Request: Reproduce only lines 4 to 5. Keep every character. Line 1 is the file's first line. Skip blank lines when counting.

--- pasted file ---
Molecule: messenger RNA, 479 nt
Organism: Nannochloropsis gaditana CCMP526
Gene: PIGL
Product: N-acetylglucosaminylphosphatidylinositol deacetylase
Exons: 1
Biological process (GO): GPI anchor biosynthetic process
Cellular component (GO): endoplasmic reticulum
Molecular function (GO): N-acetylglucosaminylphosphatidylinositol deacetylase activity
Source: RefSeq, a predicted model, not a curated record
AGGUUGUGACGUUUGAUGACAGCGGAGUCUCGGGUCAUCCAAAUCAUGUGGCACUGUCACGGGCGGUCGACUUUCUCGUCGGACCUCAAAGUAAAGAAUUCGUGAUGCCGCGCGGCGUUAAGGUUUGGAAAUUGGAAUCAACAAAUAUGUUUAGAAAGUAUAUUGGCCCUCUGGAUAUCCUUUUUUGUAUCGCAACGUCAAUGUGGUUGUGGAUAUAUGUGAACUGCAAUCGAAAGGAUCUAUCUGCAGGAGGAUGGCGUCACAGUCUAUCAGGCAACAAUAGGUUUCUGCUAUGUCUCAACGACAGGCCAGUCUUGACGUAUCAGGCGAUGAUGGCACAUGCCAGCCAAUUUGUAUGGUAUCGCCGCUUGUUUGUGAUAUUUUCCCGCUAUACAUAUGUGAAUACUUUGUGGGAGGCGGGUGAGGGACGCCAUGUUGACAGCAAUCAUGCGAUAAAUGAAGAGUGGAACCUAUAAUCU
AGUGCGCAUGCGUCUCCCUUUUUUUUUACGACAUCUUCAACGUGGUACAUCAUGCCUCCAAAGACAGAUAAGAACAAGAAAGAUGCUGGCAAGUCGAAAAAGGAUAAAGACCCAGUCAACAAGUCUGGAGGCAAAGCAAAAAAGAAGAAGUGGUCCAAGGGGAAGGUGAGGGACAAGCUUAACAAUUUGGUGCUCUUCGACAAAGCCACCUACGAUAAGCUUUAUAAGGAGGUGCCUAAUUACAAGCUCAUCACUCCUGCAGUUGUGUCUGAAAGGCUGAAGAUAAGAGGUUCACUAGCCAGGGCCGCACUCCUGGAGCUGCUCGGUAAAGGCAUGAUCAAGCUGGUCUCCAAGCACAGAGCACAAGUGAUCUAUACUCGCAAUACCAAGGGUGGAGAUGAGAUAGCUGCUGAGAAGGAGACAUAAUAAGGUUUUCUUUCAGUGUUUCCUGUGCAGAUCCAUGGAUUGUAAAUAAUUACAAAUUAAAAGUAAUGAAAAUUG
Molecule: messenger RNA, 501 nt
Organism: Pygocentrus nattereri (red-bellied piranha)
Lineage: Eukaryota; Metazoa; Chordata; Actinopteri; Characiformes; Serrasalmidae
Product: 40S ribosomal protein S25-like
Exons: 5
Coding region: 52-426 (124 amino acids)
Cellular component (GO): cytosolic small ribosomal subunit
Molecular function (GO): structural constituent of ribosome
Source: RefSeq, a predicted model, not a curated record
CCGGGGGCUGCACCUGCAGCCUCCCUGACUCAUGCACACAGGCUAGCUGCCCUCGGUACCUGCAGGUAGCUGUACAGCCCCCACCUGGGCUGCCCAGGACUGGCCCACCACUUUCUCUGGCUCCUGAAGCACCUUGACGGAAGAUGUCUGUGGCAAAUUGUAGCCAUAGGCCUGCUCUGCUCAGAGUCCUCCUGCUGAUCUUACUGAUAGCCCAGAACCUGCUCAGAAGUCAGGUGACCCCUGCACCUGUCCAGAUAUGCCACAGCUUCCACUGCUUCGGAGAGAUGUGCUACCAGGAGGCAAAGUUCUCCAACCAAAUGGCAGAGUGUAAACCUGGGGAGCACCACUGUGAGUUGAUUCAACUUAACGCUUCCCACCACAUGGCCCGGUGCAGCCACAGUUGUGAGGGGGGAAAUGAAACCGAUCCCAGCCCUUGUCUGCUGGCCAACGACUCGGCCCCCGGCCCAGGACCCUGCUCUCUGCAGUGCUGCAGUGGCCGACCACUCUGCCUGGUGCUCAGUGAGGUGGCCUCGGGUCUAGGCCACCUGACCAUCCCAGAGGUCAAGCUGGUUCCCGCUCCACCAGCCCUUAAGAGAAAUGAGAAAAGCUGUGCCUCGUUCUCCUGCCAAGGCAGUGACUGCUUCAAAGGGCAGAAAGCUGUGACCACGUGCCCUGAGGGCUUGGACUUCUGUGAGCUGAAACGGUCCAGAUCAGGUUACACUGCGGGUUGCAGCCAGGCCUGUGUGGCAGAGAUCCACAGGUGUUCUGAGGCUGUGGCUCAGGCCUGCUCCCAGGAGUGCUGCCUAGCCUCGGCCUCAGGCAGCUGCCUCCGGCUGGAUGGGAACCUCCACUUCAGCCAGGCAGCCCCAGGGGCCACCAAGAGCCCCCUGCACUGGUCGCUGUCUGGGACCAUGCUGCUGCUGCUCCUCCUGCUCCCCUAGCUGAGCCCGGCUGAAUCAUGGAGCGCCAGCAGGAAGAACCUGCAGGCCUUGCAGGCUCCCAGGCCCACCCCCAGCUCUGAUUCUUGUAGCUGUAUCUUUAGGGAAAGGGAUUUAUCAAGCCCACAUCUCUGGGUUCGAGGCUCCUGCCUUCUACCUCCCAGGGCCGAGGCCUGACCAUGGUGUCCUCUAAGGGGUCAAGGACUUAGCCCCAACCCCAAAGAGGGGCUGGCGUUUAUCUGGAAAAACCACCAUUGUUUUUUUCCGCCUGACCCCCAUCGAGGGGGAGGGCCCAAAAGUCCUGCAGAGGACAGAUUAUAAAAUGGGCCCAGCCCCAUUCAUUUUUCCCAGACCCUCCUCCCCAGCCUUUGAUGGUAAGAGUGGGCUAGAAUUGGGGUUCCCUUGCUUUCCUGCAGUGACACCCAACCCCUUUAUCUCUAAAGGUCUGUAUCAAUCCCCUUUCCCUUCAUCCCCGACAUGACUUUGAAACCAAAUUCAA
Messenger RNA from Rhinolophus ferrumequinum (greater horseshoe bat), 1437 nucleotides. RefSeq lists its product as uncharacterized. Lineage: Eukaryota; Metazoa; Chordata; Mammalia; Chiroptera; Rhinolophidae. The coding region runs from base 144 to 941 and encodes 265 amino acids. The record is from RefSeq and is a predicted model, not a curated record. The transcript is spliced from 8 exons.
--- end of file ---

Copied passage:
Product: N-acetylglucosaminylphosphatidylinositol deacetylase
Exons: 1